By: Nicole Lashomb/TRT Editor-in-Chief—
Late last month, The Supreme Court has ruled that a “closely-held” company, a for-profit corporation mostly owned by five or fewer individuals, can be exempt from the contraceptive coverage mandate provided to its female employees under the Affordable Care Act, based on its owner’s religious beliefs. Shocked and outraged by such a ruling, this is the precedent that has opened the flood gates for all sorts of religiously based discrimination to occur, disguised as religious liberty.
The 5-to-4 ruling, which applied to two companies owned by “Christian” families, opened the door to many challenges from corporations over laws that they claim violate their religious liberty. In Burwell v. Hobby Lobby, the court ruled that corporations controlled by religious families cannot be required to pay for contraception coverage for their female workers. Not surprisingly, all 5 Justices in favor of such a reckless ruling were all Conservative men. The 4 dissenting Justices were Sotomayor, Kagan, Ginsberg and Breyer, of which 3 were women, the only women sitting on the bench.
And the flood gates, indeed, are open. The day after the ruling, President Obama received a letter from fourteen religious leaders who wanted to ensure that they, too, would be exempt from being mandated to act on federal law if it conflicted with their faith. It argued that since the Hobby Lobby ruling, it is clear that the federal government should permit more deference to religious organizations that do not want to employ LGBT people due to a conflict of their religious values. [pullquote]What would happen if an employer’s religious beliefs were against blood transfusions, vaccines, or paying minimum wage? Will they also be allowed to claim religious liberty as a defense? Or is this grave “religious violation” of female contraception coverage simply an issue of convenience? Where does it stop?[/pullquote]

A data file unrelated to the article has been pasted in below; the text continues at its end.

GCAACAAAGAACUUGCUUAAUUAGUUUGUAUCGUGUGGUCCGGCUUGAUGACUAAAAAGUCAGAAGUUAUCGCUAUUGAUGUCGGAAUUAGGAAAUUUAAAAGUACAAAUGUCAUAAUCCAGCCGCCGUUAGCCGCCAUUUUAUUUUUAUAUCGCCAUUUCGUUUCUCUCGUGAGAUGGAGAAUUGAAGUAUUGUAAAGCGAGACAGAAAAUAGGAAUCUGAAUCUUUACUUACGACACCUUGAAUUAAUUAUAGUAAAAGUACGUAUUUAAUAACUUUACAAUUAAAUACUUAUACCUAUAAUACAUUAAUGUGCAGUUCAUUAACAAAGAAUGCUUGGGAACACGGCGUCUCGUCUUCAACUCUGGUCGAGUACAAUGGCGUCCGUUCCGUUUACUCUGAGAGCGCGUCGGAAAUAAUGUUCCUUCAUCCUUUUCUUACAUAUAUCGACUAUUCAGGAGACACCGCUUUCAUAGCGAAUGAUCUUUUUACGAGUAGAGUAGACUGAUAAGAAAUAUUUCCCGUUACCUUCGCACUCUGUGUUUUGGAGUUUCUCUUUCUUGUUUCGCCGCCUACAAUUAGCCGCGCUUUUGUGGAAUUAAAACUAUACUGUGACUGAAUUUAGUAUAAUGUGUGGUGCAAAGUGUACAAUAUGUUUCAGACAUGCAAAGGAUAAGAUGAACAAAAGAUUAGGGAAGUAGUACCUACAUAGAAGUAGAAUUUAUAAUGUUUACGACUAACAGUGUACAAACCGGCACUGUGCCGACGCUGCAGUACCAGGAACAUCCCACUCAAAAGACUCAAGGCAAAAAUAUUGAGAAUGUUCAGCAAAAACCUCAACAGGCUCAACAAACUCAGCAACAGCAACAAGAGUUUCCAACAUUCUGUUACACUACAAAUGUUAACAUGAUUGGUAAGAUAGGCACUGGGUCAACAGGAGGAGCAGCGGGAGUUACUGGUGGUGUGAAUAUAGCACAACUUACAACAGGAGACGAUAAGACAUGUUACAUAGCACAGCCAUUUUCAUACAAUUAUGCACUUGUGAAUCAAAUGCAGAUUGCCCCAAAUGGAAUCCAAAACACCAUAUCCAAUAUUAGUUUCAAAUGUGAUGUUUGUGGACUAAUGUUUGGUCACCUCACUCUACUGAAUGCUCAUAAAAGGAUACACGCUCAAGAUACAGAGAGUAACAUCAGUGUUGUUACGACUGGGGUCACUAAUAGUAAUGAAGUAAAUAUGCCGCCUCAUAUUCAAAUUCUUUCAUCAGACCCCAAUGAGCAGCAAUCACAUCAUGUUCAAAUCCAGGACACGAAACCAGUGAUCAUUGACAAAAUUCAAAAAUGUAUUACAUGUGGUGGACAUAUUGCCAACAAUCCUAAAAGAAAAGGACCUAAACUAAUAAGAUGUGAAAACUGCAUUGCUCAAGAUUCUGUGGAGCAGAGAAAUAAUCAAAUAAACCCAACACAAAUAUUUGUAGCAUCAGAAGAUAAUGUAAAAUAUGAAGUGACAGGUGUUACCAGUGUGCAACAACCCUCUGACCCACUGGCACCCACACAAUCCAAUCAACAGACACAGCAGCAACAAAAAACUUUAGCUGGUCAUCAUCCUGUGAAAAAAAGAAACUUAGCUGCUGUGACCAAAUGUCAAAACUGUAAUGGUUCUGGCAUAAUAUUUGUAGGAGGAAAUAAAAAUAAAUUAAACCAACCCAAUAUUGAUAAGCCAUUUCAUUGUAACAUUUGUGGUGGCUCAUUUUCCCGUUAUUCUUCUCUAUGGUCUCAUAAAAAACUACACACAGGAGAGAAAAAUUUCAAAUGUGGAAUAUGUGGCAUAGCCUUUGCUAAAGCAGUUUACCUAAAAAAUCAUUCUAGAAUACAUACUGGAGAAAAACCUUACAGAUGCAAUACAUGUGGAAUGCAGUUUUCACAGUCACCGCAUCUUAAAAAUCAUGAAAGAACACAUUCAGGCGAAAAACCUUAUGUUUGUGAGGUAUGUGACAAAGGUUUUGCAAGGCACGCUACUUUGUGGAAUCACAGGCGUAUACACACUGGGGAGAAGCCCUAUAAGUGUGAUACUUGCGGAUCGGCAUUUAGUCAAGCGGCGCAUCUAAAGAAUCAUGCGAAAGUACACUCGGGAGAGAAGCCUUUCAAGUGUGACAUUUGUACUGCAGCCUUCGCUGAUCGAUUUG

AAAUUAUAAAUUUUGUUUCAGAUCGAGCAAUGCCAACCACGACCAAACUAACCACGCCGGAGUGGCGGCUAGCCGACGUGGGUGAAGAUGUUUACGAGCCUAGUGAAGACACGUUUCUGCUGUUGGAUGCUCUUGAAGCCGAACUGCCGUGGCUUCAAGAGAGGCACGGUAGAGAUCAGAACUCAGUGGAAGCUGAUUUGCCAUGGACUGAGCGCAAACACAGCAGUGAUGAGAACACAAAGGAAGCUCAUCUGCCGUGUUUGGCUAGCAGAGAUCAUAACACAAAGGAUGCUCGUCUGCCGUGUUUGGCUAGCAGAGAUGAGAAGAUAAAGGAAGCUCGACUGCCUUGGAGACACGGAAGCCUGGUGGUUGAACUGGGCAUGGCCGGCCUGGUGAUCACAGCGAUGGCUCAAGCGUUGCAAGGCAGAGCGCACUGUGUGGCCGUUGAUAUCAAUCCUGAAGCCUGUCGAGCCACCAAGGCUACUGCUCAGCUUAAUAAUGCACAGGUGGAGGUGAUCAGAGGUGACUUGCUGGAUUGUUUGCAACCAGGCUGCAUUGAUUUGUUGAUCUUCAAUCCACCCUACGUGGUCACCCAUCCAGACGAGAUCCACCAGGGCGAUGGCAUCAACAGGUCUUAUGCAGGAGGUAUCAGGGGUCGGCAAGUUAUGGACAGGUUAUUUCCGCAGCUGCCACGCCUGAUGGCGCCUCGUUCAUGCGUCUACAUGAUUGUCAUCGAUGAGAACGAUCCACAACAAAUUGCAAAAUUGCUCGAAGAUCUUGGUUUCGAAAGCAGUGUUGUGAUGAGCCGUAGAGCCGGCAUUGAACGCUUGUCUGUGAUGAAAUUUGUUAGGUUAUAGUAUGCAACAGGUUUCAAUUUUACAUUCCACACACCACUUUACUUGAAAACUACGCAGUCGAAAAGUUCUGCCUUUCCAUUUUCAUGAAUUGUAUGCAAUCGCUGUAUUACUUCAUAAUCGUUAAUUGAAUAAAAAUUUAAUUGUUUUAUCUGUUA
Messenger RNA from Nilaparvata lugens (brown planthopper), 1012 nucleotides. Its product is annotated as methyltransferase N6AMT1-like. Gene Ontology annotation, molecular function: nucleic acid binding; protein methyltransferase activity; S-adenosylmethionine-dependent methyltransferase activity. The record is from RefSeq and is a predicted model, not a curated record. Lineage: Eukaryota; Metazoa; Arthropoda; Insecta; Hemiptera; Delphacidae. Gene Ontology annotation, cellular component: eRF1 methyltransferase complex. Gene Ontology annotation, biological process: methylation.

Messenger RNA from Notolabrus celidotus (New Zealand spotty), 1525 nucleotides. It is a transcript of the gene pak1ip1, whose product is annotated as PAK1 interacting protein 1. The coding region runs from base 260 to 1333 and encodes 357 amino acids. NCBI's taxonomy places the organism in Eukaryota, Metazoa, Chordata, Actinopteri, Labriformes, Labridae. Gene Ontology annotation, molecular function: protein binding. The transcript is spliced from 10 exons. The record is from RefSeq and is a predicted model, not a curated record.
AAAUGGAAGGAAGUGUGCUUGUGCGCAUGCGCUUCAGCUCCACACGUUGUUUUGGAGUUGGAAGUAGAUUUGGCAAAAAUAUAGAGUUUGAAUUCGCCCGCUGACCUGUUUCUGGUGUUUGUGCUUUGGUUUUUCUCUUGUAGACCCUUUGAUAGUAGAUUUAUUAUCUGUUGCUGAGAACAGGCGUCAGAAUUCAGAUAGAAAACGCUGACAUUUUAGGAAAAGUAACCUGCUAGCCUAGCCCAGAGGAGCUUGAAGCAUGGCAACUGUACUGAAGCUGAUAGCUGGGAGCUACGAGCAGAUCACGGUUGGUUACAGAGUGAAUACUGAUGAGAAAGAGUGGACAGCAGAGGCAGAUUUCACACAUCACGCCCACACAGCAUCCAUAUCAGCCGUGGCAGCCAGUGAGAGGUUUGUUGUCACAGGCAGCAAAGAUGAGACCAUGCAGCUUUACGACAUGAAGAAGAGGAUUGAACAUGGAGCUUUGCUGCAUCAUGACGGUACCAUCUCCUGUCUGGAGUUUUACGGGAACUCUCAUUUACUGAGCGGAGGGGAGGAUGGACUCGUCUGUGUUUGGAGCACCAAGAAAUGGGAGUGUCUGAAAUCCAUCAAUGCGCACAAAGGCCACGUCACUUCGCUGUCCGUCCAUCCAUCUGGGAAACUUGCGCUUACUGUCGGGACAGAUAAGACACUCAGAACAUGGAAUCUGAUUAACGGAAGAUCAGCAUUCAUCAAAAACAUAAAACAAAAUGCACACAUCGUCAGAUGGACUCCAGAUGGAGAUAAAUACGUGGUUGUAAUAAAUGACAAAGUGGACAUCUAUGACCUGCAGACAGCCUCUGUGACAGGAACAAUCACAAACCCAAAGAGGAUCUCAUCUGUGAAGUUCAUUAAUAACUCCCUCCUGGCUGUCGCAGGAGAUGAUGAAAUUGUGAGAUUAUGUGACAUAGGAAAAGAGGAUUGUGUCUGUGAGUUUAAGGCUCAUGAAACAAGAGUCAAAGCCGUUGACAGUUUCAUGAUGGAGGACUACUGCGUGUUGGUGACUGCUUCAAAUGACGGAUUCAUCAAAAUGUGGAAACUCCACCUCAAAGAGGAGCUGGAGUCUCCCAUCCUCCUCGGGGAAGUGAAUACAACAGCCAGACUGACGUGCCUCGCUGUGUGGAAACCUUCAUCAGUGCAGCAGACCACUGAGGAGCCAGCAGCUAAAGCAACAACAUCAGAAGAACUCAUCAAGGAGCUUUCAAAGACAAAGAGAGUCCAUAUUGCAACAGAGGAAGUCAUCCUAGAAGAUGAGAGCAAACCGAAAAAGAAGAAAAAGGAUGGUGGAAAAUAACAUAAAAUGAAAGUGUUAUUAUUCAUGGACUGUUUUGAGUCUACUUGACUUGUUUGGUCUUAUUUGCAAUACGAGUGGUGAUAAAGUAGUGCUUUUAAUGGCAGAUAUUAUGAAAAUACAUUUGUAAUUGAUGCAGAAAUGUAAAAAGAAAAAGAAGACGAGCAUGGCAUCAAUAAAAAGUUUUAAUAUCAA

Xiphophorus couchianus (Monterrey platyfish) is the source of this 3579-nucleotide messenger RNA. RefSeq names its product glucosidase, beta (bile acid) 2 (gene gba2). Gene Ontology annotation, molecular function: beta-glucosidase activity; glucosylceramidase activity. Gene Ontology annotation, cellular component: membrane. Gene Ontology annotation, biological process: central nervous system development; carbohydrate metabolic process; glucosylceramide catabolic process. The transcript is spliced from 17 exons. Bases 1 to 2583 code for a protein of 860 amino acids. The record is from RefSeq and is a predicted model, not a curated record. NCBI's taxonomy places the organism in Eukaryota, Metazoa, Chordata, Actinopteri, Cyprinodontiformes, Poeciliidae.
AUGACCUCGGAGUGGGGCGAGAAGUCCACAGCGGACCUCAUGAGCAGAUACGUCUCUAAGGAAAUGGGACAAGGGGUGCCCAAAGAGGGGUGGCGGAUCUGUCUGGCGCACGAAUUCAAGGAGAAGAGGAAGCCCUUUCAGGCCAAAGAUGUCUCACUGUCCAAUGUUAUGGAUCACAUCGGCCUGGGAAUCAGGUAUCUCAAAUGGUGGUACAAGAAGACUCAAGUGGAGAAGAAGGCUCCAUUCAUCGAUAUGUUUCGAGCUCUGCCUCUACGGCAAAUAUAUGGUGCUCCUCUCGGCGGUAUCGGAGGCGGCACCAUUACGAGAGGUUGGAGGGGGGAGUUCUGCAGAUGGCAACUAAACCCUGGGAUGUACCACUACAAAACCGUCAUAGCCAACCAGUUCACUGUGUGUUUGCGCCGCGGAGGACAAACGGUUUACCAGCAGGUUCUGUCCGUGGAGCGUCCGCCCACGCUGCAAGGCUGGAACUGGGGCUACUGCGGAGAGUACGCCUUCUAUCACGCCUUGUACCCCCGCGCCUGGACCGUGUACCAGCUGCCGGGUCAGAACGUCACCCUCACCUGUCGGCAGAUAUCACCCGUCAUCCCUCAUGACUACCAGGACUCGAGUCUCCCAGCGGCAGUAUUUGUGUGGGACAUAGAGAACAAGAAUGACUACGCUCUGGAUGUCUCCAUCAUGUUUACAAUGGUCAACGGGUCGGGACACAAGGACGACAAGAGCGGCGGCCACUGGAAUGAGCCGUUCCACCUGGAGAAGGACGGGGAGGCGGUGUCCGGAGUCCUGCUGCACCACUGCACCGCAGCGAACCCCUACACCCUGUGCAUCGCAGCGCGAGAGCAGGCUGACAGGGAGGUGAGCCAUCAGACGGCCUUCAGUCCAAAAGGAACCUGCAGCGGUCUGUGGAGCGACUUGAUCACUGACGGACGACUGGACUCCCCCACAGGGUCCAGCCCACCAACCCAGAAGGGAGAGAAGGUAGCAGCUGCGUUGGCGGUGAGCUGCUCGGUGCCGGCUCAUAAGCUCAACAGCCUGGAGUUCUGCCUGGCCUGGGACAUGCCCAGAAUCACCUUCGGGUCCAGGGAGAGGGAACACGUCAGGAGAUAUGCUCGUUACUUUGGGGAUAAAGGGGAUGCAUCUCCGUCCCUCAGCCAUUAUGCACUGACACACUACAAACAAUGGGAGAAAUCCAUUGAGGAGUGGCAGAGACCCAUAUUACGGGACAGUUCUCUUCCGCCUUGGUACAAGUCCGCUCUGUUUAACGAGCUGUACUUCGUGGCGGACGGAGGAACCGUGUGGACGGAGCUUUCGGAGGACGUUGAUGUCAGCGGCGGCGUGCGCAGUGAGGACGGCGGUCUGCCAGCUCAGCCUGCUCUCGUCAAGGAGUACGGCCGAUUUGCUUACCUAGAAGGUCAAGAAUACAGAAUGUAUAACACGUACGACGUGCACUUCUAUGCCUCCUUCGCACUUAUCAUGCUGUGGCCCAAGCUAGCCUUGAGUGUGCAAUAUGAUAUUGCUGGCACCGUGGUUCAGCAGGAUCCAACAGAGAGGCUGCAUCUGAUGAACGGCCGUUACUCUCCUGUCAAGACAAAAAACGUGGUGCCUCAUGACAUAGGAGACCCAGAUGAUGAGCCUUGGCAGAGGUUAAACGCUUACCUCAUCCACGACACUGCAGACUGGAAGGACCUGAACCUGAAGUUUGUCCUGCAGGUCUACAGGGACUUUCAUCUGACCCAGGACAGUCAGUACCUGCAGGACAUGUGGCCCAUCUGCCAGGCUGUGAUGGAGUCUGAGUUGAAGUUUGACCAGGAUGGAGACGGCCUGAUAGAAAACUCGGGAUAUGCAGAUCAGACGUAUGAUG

According to an MSNBC report, when the legal challenges against the Affordable Care Act’s contraception mandate were first filed, they seemed destined to fail. The law already exempts houses of worship and religious non-profits, and as the 3rd Circuit explained, courts have “long recognized the distinction between the owners of a corporation and the corporation itself.” It was understood that ruling in favor of “a for-profit corporation [to] engage in religious exercise” would “eviscerate the fundamental principle that a corporation is a legally distinct entity from its owners.” Until now. However, it should also be noted that these same companies that are so offended based on religious values for female contraception, do allow for Viagra to be covered.
When any group of people is targeted, based on so-called religious principle or otherwise, it only allows for injustices to continue moving forward from one to the next. There is no such thing as freedom or liberty, unless we are all treated equal and fair by the law, and religious organizations. I mean really, what is next?
What would happen if an employer’s religious beliefs were against blood transfusions, vaccines, or paying minimum wage? Will they also be allowed to claim religious liberty as a defense? Or is this grave “religious violation” of female contraception coverage simply an issue of convenience? Where does it stop? As Justice Ginsberg expressed in her dissent from the ruling, “Approving some religious claims while deeming others unworthy of accommodation could be ‘perceived as favoring one religion over another,’ the very risk the [Constitution’s] Establishment Clause was designed to preclude.”
It is a scary day in America when your boss can determine which laws apply to you and which ones can be evaded. They should be ashamed.
*Nicole Lashomb is the co-founder and editor-in-chief of The Rainbow Times. She holds an MBA from Marylhurst University and a bachelor’s from SUNY Potsdam University. Reach her at: firstname.lastname@example.org.